(I) Don’t Cry for Me

Betty Rollin’s response to the diagnosis of her breast cancer was the title of her book:  First, You Cry.

For reasons unknown, I still haven’t cried over this, but I came close once.

Only a very few friends knew about my cancer the first week.   John and I wanted to tell our son and daughter before telling anyone else.  John volunteered for this unhappy task.  He decided that a letter as an email attachment would be the best vehicle for bad news–Dan and Diana could read it and react in private before having to talk to us.  The email itself warned them to read the attachment somewhere quiet, preferably with their partners nearby for comfort.

When John told me he was about to push the “send” button, tears suddenly welled up and I was headed for a good sob session, feeling miserable that I would be causing my children pain.

Just then the phone rang.  Our phones have a usually handy caller ID that audibly announces who’s calling.  A telemarketer had an urgent and important message to deliver.  My annoyance at and the ludicrous timing of the call snapped me out of my self-pity moment, and I shed no tears that day.  Zen masters come in surprising guises.

One of the most important acupoints used in breast diseases, including breast cancer, is a point on the foot called “Zulinqi,” aka “Gall Bladder 41.”  “Zu” means “foot”, “lin” means “to overlook or to arrive at”, and “qi” means “tears or to weep (silent tears)”.  It’s usually translated as “near tears on the foot”, “foot governor of tears” or (Jeffrey Yuen’s translation) “receptacle of tears that should be overflowing.”  Most text books explain this name as a reference to the point’s influence on the tear ducts.  One tongue in cheek commentator suggested the point causes patients to cry from pain.  The classical Chinese medicine interpretation is slightly different.  Yes, Zulinqi does influence tear duct fluids, but, as the opening point of the Dai Mai channel (lots more on this later), it also helps people release pent up emotions.  (In defense of this excellent point–it rarely causes pain when needled.)

Brendan has needled Zulinqi on me several times.  Not one tear has fallen.  Perhaps I’m not ready yet to open up those flood gates.

First Step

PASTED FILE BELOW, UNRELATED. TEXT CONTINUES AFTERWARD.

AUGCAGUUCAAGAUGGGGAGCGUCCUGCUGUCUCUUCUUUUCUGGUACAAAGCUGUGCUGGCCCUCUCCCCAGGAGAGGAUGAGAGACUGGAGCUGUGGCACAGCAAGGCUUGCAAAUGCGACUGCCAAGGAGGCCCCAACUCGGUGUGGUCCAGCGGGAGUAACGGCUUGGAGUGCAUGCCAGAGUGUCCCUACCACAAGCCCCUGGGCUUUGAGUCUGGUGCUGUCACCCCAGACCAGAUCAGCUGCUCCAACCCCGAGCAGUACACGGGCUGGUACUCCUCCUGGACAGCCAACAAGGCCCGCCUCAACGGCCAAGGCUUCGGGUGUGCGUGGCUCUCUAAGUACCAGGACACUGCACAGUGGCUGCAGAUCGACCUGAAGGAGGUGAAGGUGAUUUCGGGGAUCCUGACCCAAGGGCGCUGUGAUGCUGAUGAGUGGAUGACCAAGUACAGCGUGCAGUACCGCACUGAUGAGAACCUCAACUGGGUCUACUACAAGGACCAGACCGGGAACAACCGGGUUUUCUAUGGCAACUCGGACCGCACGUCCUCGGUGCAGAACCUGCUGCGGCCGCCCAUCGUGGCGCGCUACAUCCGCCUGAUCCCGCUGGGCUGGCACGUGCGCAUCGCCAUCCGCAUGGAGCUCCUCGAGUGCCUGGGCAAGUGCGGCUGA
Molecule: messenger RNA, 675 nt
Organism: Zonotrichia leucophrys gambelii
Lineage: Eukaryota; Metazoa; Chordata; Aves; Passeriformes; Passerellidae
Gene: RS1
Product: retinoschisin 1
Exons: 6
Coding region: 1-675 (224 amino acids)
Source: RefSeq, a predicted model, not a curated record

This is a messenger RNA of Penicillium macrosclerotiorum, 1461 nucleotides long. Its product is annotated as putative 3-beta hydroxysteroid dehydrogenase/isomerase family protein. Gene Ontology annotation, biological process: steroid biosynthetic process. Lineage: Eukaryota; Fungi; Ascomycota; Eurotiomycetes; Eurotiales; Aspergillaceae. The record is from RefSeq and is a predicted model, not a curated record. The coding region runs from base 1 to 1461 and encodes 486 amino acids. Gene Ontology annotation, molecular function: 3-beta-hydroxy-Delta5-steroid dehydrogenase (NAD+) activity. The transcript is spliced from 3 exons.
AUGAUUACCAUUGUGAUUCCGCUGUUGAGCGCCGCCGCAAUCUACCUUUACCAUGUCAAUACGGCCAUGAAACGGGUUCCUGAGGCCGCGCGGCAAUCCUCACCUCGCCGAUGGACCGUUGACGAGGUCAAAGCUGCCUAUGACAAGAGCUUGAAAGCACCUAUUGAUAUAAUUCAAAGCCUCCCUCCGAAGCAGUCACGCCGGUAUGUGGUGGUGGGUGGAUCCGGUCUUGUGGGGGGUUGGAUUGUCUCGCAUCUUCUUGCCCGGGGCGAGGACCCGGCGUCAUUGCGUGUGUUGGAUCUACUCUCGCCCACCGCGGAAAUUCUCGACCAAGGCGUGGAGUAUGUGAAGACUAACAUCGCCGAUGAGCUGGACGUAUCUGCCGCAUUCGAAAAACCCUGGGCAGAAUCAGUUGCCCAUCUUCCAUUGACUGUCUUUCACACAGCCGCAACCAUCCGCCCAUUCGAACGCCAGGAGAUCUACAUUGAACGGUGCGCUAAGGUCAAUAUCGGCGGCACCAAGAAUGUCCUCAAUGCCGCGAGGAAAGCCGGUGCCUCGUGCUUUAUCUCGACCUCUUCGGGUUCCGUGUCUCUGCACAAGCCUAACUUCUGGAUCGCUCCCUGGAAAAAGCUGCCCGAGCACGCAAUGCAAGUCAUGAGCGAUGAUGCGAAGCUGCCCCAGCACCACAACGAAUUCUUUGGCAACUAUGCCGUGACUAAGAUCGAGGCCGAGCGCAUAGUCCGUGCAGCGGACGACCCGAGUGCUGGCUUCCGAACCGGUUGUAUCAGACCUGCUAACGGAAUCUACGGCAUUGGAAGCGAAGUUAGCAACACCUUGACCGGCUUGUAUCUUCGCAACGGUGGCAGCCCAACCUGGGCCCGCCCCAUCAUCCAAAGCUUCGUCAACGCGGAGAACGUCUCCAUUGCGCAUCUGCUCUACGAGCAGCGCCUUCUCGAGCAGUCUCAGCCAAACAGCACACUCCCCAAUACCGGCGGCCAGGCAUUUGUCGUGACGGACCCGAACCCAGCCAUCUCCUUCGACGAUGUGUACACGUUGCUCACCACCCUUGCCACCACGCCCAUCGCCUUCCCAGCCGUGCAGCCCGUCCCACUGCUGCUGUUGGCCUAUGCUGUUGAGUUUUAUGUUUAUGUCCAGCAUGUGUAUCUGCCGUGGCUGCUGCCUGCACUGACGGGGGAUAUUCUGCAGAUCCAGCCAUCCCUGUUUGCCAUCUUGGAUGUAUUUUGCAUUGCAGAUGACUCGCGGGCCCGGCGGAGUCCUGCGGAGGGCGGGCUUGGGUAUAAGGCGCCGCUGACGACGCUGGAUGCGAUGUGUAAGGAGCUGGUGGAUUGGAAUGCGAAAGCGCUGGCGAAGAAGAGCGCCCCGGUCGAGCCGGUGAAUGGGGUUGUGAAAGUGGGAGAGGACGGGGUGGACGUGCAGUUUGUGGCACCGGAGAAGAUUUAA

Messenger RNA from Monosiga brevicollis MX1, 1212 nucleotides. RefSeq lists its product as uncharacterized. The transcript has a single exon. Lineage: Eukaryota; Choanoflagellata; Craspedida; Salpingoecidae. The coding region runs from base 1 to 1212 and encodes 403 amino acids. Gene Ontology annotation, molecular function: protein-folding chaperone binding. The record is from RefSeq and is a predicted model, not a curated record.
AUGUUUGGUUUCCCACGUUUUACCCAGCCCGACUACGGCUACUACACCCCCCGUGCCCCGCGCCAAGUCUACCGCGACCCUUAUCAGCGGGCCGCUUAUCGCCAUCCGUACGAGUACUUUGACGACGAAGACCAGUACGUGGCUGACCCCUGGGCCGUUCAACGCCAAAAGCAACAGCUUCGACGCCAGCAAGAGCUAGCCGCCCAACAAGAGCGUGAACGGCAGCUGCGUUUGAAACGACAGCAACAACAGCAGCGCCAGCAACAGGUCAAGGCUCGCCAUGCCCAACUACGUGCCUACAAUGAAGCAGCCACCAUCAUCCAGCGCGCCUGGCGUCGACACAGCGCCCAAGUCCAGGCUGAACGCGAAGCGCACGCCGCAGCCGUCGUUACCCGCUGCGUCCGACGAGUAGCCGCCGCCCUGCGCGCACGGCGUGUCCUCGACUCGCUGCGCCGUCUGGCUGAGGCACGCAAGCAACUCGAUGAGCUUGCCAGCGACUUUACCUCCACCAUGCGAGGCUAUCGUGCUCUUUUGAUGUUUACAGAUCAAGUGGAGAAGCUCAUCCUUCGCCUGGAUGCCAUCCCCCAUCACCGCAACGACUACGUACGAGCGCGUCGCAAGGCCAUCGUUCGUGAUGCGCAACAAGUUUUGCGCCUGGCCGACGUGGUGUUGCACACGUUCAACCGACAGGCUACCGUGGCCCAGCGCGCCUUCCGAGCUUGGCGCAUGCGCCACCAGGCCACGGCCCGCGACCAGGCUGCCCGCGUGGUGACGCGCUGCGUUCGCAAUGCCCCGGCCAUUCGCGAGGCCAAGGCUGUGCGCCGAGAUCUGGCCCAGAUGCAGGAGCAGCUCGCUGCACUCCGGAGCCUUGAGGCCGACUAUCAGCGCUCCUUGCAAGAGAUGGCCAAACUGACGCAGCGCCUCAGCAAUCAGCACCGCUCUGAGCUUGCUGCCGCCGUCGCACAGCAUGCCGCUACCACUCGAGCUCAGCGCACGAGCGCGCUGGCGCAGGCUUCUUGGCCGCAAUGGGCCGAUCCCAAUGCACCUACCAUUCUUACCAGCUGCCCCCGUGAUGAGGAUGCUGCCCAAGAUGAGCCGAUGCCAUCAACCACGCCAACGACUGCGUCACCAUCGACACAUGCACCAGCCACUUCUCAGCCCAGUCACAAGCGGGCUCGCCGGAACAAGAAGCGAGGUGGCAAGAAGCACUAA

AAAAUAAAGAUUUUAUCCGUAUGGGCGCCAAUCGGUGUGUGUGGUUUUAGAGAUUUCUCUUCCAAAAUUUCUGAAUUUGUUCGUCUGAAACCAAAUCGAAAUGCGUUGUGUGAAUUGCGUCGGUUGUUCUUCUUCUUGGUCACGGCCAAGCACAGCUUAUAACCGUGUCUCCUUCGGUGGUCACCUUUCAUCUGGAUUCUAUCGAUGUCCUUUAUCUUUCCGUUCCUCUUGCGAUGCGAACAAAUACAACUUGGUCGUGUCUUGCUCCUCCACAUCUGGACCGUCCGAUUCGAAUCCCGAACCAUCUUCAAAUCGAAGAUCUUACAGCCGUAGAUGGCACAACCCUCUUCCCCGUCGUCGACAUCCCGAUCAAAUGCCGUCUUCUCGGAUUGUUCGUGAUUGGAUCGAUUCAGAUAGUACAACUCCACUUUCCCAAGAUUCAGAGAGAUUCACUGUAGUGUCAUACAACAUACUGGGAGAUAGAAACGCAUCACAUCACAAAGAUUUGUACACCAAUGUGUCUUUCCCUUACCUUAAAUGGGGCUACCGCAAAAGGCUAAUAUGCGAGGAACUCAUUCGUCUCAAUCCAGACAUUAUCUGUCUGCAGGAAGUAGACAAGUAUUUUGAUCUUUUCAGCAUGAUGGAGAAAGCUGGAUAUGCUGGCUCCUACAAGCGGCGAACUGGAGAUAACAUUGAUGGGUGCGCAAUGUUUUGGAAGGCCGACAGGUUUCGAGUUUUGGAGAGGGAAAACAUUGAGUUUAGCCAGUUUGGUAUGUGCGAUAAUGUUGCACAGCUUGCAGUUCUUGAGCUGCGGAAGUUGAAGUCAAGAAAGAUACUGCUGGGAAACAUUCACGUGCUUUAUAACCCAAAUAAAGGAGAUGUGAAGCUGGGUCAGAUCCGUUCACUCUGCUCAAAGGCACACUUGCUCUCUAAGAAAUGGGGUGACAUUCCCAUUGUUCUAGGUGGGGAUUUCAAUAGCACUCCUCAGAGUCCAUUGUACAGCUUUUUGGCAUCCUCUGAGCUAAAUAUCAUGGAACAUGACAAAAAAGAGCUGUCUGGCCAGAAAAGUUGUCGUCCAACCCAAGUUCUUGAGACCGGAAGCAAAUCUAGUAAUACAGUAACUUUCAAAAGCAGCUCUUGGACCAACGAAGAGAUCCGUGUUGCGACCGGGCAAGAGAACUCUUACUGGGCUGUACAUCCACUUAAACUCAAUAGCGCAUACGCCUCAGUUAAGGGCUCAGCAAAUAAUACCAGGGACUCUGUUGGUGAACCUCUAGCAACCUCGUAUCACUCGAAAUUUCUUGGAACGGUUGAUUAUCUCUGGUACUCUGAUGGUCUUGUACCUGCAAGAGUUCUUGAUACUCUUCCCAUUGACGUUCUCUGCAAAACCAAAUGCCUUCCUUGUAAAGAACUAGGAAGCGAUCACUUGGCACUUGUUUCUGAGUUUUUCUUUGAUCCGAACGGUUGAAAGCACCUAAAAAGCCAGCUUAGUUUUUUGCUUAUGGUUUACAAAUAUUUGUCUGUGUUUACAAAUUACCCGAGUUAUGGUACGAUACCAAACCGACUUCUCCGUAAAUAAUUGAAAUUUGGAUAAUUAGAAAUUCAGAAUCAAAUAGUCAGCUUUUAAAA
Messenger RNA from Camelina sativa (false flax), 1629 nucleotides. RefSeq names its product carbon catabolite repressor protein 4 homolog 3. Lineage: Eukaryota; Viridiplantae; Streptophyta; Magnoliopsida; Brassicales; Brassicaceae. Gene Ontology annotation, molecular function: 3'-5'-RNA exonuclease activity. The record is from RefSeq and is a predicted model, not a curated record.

Jeffrey Yuen says that a cancer diagnosis is “an invitation to change your life.”

I had been meaning to get around to overhauling my life, anyway, sometime soon, but my schedule kept filling up.  Trust me, though, when I tell you that Samuel Johnson got it right.  He said, sort of, that “when a women is diagnosed with breast cancer, it concentrates her mind, wonderfully.”  Time to change!

I quickly outlined a master plan:  eat differently, exercise more, have more fun, and avoid negative thinking and negative people.  I needed to live more consciously, to change old habits, take charge of my life.  Simple!

Oh, if only.

Today I’ll just discuss food.  We’re all familiar with “Let food be your medicine and medicine be your food,” sound advice from Hippocrates that’s rarely followed until our health hits a wall.  Cancer can’t be dieted away, of course, but certain foods, as well as body fat, feed tumors, and other foods enhance the body’s ability to fight tumors.

My class notes on breast cancer and diet are sketchy.  In general, avoid all sugars (including most fruits and carbohydrates), give up alcohol completely, limit dairy to occasional low fat yogurt and perhaps small amounts of cottage cheese (since I’ve become lactose intolerant recently, all dairy is off the menu for me anyway).  Eat 10 black olives every day.

Easy guidelines so far.  Now it gets complicated.

Chinese/Daoist dietetics classify foods by flavor (sweet, pungent, salty, sour, bitter), temperature (Cold, Cooling, Neutral, Warming, Hot), organ influence, and action (such as draining Damp, resolving Phlegm, nourishing Yin, …).  Know, too, that the way food is prepared affect its properties.  I need to eat foods that drain Dampness, resolve Phlegm, and clear Heat and Fire Toxins, while avoiding foods that promote those qualities (foods that are too sweet, fatty, warming, or hot).  I also need to nourish my Spleen Qi, moisten my Lungs, and strengthen my Intestines and Kidney Qi.  It’s a delicate dance to drain dampness without injuring the body’s vital fluids.  Likewise, too much nourishment can clog the system, giving rise to more stagnating dampness.  What’s good for the Spleen may not be so great for the Liver…   You get the drift.

Here’s a typical Daoist dietary maze:  the Sweet flavor nourishes the Spleen and Stomach, but too much Sweet food overwhelms the Spleen, hindering its ability to distribute fluids; these stagnating fluids generate Dampness, the accretion of which eventually leads to Accumulations (such as fibroids and tumors) and then to Heat and Fire Toxins.  I need to nourish my Spleen but also avoid most Sweet flavored foods, because breast cancer cells feed on sugar (in all its forms).  How much Sweet is enough but not too much?  How else can I nourish my Spleen?  (Aargh!  Just cut the damn things out and let me eat in peace!)